The Full Court of the Federal Court handed down a significant decision in November 2016 that reaffirmed the unfair dismissal rights of IEU members, and other workers engaged in child related work throughout NSW.
In the May 2016 edition of Newsmonth the Union reported on the approach of Sydney Catholic Schools (SCS – the employer formerly known as Sydney Catholic Education Office) to employees who were charged with criminal offences prescribed by the Child Protection (Working with Children) Act 2012.
As foreshadowed, SCS brought an application asking the Federal Court of Australia to declare that SCS was required by the CP(WWC) Act to immediately dismiss any member against whom a prescribed charge was brought. The Full Court of the Federal Court declined to make such a declaration.
In accepting the Union’s submissions on the point, the Federal Court found that, even if there existed a legislative requirement to dismiss, there was still a termination at the employer’s initiative and an employee was then entitled to seek redress by way of an unfair dismissal application to the Fair Work Commission.
While the Court declined to decide whether the CP(WWC) Act contains a legislative to dismiss, the Full Bench of the Fair Work Commission has previously agreed with the Union that the CP(WWC) Act does not require the dismissal of an employee pending the determination of a prescribed charge.
Where an employer elects to dismiss an employee in such circumstances, the employee clearly can commence unfair dismissal proceedings before the Fair Work Commission. School employers need to take reasonable steps to allow members to defend themselves, and courts to determine charges before moving to dismissal.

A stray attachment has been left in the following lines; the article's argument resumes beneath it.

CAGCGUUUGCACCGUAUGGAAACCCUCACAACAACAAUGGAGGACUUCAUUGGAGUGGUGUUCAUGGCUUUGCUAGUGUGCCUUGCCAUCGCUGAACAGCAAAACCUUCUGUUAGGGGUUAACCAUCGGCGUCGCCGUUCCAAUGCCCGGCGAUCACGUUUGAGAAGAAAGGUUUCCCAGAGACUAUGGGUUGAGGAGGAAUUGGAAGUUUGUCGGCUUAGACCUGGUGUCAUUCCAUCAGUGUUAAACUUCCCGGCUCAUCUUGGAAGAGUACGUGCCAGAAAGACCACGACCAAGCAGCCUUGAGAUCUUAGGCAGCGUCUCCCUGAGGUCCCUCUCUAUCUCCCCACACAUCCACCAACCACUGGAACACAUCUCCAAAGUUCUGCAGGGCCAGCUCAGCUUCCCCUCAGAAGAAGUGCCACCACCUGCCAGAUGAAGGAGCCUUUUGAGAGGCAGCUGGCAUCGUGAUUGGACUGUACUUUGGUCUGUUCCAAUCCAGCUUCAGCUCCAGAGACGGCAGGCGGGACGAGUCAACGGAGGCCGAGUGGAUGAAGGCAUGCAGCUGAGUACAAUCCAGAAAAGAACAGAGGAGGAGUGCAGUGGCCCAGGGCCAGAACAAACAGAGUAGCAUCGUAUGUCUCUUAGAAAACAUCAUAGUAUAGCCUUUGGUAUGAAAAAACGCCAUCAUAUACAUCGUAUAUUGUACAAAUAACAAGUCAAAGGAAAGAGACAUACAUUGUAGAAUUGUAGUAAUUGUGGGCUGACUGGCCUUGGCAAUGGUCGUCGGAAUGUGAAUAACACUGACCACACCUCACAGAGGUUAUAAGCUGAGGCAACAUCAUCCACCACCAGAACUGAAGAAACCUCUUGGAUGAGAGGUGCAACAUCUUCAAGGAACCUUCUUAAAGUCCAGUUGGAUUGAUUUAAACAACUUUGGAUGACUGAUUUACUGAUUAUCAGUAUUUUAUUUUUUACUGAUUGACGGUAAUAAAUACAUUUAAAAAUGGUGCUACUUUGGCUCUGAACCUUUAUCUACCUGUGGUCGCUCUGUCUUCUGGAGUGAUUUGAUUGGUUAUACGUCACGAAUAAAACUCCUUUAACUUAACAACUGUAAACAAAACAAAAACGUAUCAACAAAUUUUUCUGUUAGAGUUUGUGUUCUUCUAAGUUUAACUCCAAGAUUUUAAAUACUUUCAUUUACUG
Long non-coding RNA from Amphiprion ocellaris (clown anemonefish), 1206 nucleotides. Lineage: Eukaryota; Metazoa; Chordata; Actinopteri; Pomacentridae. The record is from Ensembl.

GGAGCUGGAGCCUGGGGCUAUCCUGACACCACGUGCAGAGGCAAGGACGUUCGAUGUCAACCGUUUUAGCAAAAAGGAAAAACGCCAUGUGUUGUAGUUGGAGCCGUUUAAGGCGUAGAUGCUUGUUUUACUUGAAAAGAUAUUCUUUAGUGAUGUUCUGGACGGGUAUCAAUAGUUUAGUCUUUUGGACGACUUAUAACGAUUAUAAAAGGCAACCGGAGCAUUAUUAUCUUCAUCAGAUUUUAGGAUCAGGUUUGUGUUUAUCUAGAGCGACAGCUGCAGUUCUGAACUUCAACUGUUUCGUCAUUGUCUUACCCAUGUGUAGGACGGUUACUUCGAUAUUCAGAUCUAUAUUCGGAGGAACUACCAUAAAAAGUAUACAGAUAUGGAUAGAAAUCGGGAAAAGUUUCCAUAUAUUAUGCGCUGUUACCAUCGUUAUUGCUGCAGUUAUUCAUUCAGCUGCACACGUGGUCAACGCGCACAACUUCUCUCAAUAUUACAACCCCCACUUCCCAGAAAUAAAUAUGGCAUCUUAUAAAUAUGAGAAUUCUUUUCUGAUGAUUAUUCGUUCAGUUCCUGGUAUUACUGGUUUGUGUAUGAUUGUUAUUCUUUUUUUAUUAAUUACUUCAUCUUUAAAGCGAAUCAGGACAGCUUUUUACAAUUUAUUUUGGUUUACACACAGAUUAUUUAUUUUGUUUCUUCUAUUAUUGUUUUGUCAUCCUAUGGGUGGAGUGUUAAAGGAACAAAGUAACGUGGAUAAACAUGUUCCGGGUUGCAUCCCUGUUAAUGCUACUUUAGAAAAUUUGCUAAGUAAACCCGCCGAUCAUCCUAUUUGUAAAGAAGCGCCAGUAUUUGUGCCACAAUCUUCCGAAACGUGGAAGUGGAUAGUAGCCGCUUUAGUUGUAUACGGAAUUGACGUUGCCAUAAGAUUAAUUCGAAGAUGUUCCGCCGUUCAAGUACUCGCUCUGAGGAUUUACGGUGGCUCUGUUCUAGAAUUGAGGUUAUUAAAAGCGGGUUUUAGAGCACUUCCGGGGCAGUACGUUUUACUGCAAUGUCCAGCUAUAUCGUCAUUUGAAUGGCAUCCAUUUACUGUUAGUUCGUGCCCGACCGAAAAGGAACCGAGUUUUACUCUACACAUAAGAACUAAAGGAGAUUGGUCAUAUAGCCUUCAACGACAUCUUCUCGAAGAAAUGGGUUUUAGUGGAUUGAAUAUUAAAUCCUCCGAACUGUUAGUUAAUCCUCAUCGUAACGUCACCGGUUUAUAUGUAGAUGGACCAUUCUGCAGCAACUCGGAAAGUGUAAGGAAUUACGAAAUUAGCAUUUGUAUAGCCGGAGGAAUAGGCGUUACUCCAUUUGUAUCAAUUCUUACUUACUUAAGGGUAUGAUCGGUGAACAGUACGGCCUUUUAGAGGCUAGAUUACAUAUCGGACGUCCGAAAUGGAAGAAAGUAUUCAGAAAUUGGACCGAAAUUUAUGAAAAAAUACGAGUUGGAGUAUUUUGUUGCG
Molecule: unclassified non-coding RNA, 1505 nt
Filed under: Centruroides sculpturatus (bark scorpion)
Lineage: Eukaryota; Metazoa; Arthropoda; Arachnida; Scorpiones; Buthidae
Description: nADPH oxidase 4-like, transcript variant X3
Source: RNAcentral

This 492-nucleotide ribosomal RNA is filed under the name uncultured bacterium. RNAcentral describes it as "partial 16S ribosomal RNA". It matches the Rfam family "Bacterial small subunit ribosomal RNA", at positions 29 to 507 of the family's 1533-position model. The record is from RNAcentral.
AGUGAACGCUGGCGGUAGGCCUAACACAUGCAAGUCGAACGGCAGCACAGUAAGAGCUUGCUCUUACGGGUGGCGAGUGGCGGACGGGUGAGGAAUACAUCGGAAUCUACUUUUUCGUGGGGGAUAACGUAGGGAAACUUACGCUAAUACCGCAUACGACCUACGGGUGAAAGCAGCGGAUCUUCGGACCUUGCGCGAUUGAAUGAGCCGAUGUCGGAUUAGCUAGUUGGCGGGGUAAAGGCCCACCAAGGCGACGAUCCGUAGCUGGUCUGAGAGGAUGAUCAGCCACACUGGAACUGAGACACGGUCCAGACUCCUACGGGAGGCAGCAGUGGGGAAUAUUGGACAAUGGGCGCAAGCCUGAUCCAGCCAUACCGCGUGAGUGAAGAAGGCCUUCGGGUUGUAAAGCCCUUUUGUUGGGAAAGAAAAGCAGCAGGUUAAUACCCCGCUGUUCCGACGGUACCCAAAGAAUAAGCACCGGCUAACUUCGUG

Meanwhile . . .
Before the Federal Court matter was heard, let alone decided, SCS dismissed yet another teacher facing prescribed charges (completely unrelated to children), despite the Union urging it to first allow the member to defend the charges.
The local court has since dismissed both charges, with the magistrate noting that, on the evidence before him, he considered the decision by SCS to dismiss the member as “not only extraordinarily harsh but manifestly unjust”. When confronted with the magistrate’s words the response from SCS to the member was that “it is a matter for the Fair Work Commission and not the Local Court to decide whether the dismissal of [the IEU member] was unfair… and whether or not reinstatement …is appropriate in the circumstances”.
This is particularly galling when SCS itself refused to wait for the local court to determine the criminal charges. Even more galling, is the apparent differential treatment by SCS of employees who acted as witnesses; the parade of witnesses required by the prosecution were granted paid leave to both attend court and also to recover from the ordeal on the following day.
By contrast, employees who agreed to act as defence witnesses were not offered such additional leave and, in one case, were only released from duty after protesting the inherent unfairness of the situation. While the Union obviously supports appropriate paid leave arrangements for any employee required to attend court, it’s disappointing that SCS fails to extend such accommodations equally to those who would speak to the innocence of the accused.
At the time of writing, the Union continues to assist that member with his unfair dismissal application, although SCS continues to press a different jurisdictional objection.